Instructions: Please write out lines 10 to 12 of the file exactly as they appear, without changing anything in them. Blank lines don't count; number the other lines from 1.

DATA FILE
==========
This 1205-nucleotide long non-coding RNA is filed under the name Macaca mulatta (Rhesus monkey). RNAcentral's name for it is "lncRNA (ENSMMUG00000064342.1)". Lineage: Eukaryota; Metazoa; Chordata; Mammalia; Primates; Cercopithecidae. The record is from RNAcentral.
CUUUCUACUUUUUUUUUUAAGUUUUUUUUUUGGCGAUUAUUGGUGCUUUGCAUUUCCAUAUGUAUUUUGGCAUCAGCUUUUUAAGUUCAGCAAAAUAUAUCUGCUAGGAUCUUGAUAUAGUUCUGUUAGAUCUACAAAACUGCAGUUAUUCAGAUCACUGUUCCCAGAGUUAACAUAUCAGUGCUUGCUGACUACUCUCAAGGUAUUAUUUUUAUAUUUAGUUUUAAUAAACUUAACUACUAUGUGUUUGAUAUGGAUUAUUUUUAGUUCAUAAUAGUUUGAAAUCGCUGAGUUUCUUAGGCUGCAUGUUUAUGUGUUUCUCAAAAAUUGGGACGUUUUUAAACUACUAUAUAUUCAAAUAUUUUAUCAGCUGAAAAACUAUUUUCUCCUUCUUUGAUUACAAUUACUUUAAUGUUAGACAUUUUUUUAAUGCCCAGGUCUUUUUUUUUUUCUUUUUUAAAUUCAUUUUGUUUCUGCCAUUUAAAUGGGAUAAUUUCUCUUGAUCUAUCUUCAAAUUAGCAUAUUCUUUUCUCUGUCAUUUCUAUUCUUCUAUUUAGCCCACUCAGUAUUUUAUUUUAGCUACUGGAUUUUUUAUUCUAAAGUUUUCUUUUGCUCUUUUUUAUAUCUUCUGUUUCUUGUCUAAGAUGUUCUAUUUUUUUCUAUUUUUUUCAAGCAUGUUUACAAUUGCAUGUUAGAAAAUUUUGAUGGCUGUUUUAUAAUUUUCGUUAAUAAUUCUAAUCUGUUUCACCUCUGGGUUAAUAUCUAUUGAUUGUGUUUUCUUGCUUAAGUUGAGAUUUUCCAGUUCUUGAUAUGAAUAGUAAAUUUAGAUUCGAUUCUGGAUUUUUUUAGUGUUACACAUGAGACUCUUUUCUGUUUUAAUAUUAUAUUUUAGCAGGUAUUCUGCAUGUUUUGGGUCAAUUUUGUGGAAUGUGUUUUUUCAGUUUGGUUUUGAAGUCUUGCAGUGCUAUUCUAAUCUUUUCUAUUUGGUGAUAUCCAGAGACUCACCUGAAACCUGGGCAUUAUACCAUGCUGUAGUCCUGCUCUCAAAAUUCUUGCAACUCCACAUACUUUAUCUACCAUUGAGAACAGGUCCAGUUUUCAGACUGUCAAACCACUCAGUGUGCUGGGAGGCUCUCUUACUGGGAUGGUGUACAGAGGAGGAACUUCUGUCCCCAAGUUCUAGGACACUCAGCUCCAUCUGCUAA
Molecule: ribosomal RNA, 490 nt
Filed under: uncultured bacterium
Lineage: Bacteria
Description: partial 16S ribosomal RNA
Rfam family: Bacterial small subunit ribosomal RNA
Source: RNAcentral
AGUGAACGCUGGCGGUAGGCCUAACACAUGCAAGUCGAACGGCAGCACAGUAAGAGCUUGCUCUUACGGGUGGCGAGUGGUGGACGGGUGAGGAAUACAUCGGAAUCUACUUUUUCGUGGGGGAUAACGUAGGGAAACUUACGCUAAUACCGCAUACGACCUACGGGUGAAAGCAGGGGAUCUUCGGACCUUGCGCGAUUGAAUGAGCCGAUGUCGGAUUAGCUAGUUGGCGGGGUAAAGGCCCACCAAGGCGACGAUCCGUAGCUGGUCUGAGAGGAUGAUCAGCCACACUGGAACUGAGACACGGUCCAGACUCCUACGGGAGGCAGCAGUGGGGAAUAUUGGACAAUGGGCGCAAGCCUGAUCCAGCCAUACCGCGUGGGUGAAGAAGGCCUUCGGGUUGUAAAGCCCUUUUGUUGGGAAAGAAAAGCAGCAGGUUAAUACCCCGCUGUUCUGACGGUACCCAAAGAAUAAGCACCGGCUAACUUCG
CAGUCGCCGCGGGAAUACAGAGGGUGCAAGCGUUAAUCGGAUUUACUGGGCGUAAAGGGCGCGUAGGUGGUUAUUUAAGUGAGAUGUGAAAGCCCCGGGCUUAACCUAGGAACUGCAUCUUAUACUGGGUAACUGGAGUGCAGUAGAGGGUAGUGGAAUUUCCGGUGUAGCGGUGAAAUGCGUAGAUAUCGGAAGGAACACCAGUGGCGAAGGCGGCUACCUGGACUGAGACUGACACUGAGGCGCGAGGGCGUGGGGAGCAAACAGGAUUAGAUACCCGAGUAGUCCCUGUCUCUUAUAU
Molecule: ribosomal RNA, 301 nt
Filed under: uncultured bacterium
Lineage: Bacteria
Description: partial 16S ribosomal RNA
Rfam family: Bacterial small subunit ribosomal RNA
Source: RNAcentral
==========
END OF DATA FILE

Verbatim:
CAGUCGCCGCGGGAAUACAGAGGGUGCAAGCGUUAAUCGGAUUUACUGGGCGUAAAGGGCGCGUAGGUGGUUAUUUAAGUGAGAUGUGAAAGCCCCGGGCUUAACCUAGGAACUGCAUCUUAUACUGGGUAACUGGAGUGCAGUAGAGGGUAGUGGAAUUUCCGGUGUAGCGGUGAAAUGCGUAGAUAUCGGAAGGAACACCAGUGGCGAAGGCGGCUACCUGGACUGAGACUGACACUGAGGCGCGAGGGCGUGGGGAGCAAACAGGAUUAGAUACCCGAGUAGUCCCUGUCUCUUAUAU
Molecule: ribosomal RNA, 301 nt
Filed under: uncultured bacterium